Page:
Many years ago, an attorney proposed what is perhaps the most succinct understanding of the term fiduciary that I have ever encountered. He said, simply, that being a fiduciary gives someone the legal right to trust you. Those are powerful words.
When all is said and done, I cannot think of any valid reason why an investor seeking advice would go to anyone other than someone who grants them this "legal right." To me, it's a no-brainer. It's as if a car salesman asked you whether--for the same price--you would rather have the same car with a warranty or without one.
I was delighted when I first learned of NAPFA's campaign to educate the consumer about what a fiduciary standard is and the reasons why they should use someone who is a fiduciary for all their planning and investment needs. The association's Focus on the Fiduciary held promise.
NAPFA noted that "A financial advisor held to a Fiduciary Standard occupies a position of special trust and confidence when working with a client. As a fiduciary, the financial advisor is required to act with undivided loyalty to the client. This includes disclosure of how the financial advisor is to be compensated and any corresponding conflicts of interest."
But I was startled when they went on to say that CPAs, attorneys and doctors are fiduciaries--a statement that is blatantly incorrect. Of the three, only attorneys are fiduciaries by statute. Doctors have a high standard of care with their own professional hurdles to meet. A simple call to the AICPA asking if CPAs are fiduciaries yielded an immediate "no."
When it comes to such an important issue, one would expect facts to be checked and double-checked. After all, NAPFA is asking the public to trust them to be their educator. How many "facts" can you get wrong before your credibility is seriously diminished?
Granted, the issue of who is and who isn't a fiduciary is complicated. The Investment Advisers Act of 1940 requires that registered investment advisors be held to a fiduciary standard--but does not define fiduciary. The Act calls for registration by anyone holding themselves out as an investment advisor and offering advice on securities for a fee. If Congress had stopped right there, life would be easier. Instead, they decided to grant exemptions to certain occupations--among them any lawyer, accountant, engineer, or teacher whose performance of such services is solely incidental to the practice of his profession; any broker or dealer whose performance of such services is solely incidental to the conduct of his business as a broker or dealer and who therefore receives no special compensation; the publisher of any bona fide newspaper, news magazine or business or financial publication of general and regular circulation.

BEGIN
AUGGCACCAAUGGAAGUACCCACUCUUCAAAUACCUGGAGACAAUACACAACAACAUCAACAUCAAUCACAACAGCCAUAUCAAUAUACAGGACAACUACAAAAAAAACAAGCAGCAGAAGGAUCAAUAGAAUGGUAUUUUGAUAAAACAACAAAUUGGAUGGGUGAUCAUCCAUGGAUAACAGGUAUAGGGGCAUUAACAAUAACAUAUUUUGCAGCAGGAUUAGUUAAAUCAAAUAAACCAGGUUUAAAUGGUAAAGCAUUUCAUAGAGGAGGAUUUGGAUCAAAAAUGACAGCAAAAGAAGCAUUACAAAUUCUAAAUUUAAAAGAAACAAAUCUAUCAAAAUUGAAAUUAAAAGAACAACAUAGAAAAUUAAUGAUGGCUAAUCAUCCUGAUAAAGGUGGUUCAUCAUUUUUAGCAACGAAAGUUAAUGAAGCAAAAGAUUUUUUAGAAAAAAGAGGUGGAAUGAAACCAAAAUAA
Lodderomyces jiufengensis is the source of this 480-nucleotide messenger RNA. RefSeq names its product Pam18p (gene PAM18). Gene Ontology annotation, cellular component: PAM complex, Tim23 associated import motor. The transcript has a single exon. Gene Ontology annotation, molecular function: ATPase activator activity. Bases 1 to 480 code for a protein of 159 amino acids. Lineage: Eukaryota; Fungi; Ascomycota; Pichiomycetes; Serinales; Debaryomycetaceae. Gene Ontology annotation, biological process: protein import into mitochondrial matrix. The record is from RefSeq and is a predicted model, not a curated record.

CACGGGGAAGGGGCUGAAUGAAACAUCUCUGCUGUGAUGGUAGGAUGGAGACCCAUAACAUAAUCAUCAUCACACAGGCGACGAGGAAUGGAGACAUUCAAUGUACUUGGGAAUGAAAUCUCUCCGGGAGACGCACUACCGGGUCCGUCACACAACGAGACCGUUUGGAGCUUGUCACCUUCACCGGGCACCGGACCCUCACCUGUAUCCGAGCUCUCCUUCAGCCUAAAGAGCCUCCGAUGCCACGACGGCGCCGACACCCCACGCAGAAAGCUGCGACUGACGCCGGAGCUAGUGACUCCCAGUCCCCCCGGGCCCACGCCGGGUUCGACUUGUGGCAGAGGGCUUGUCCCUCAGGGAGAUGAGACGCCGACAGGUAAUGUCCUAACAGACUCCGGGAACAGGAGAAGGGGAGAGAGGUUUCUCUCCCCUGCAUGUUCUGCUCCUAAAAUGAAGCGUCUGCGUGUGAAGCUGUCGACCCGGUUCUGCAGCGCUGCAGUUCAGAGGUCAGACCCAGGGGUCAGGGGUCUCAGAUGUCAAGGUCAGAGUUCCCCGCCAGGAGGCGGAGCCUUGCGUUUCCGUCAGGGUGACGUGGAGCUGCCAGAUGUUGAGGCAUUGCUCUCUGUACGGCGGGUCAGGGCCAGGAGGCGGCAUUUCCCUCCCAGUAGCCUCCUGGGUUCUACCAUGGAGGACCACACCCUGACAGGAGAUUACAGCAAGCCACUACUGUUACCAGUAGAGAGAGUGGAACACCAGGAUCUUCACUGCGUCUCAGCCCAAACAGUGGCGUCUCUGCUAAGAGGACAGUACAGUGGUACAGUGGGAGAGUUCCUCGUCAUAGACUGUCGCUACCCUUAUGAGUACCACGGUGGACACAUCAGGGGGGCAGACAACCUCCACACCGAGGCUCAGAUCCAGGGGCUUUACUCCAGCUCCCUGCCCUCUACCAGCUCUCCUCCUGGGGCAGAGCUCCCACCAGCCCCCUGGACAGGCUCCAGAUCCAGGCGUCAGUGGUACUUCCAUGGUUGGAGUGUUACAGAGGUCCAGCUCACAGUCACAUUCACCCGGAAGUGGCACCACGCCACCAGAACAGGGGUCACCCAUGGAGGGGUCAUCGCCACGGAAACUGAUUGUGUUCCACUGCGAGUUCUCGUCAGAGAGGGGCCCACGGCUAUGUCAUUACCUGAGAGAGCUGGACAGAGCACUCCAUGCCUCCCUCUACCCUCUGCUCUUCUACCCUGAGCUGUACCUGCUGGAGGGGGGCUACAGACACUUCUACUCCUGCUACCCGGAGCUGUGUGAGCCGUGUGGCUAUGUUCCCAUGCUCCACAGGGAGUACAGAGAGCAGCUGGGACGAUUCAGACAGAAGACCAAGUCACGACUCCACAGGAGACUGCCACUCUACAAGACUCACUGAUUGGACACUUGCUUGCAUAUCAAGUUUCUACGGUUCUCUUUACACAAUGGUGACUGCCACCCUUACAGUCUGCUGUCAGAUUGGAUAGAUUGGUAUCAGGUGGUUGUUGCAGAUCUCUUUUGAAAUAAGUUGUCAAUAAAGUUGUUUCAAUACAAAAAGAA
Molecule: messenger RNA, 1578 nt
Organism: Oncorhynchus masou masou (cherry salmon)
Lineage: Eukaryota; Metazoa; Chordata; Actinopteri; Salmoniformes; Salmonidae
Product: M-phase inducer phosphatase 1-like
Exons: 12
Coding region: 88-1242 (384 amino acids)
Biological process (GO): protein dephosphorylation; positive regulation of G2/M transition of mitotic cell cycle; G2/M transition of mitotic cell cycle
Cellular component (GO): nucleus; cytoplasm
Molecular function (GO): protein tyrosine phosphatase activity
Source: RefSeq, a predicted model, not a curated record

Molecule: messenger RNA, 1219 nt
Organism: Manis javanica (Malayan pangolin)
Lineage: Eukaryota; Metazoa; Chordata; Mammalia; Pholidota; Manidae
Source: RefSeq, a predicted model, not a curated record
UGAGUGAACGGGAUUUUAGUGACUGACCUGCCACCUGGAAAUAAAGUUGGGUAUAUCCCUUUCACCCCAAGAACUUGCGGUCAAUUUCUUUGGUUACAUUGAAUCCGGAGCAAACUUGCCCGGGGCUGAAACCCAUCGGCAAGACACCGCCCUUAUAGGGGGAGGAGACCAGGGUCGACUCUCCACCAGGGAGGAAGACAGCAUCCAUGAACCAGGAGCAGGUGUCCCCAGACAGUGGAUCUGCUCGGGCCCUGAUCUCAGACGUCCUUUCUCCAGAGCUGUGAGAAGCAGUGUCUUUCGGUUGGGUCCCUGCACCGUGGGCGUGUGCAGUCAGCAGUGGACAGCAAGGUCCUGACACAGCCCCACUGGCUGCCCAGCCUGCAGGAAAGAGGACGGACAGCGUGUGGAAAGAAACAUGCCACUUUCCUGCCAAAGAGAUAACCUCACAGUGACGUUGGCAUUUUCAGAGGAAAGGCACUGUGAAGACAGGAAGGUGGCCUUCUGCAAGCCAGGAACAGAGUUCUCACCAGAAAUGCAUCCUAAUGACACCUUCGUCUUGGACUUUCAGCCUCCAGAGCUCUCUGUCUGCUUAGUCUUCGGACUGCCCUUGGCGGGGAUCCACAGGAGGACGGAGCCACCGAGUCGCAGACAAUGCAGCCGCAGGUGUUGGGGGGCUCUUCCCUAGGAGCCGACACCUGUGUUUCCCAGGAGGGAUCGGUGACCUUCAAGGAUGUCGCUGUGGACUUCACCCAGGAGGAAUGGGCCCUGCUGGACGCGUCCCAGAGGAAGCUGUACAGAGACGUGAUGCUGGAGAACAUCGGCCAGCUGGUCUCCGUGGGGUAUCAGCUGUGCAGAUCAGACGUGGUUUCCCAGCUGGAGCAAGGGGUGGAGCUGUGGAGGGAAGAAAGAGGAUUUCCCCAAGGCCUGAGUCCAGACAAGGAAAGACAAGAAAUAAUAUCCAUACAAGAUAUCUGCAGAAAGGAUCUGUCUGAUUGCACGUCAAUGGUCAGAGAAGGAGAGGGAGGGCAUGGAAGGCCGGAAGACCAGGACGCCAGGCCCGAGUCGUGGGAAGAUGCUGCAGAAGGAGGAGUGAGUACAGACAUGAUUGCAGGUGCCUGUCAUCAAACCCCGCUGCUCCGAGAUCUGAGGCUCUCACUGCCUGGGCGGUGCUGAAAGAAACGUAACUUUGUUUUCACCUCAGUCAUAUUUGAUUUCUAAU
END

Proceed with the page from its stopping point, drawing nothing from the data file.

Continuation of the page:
But the word "incidental" has not been defined, either, and that seems to lead to even more confusion. (We can tolerate the need for free speech and will ignore the exemption to publishers.)
Back in 1940, the distinction may not have mattered much because few people had stock brokers and Registered Investment Advisors were firms managing portfolios comprised mainly of individual securities. That is quite different from today's environment where a large portion of the population have relationships with a broker/dealer, and many RIAs are allocating assets among registered products. The forest and the trees have melded into one picture.
The issue today, then, seems to be whether the campaign to promote the benefits of dealing with a fiduciary is a wakeup call to the public on planning issues or just a revisitation of the old fees-versus-commission argument used for asset gathering.
This is important because to my knowledge, no one has suggested that the exemption for attorneys or accountants be rescinded. Yet why should the public, at a time of need, be subjected to possible poor advice from people who are not registered? We've all heard horror stories where an accountant focusing only on tax issues turns a good portfolio into trash, or an attorney looking at the face value of assets makes a judgment without proper analysis that leaves the client with a sub-par asset. If protecting the public is the primary concern, shouldn't these professionals also be prohibited from providing [financial] advice unless it is incidental in the sense of being very closely aligned to the engagement. For example, the accountant could provide alternative outcomes based on tax strategies, but not recommend the purchase or sale of securities; and the attorney allowed to give advice on the characteristics of securities, but again, not their division, purchase or sale.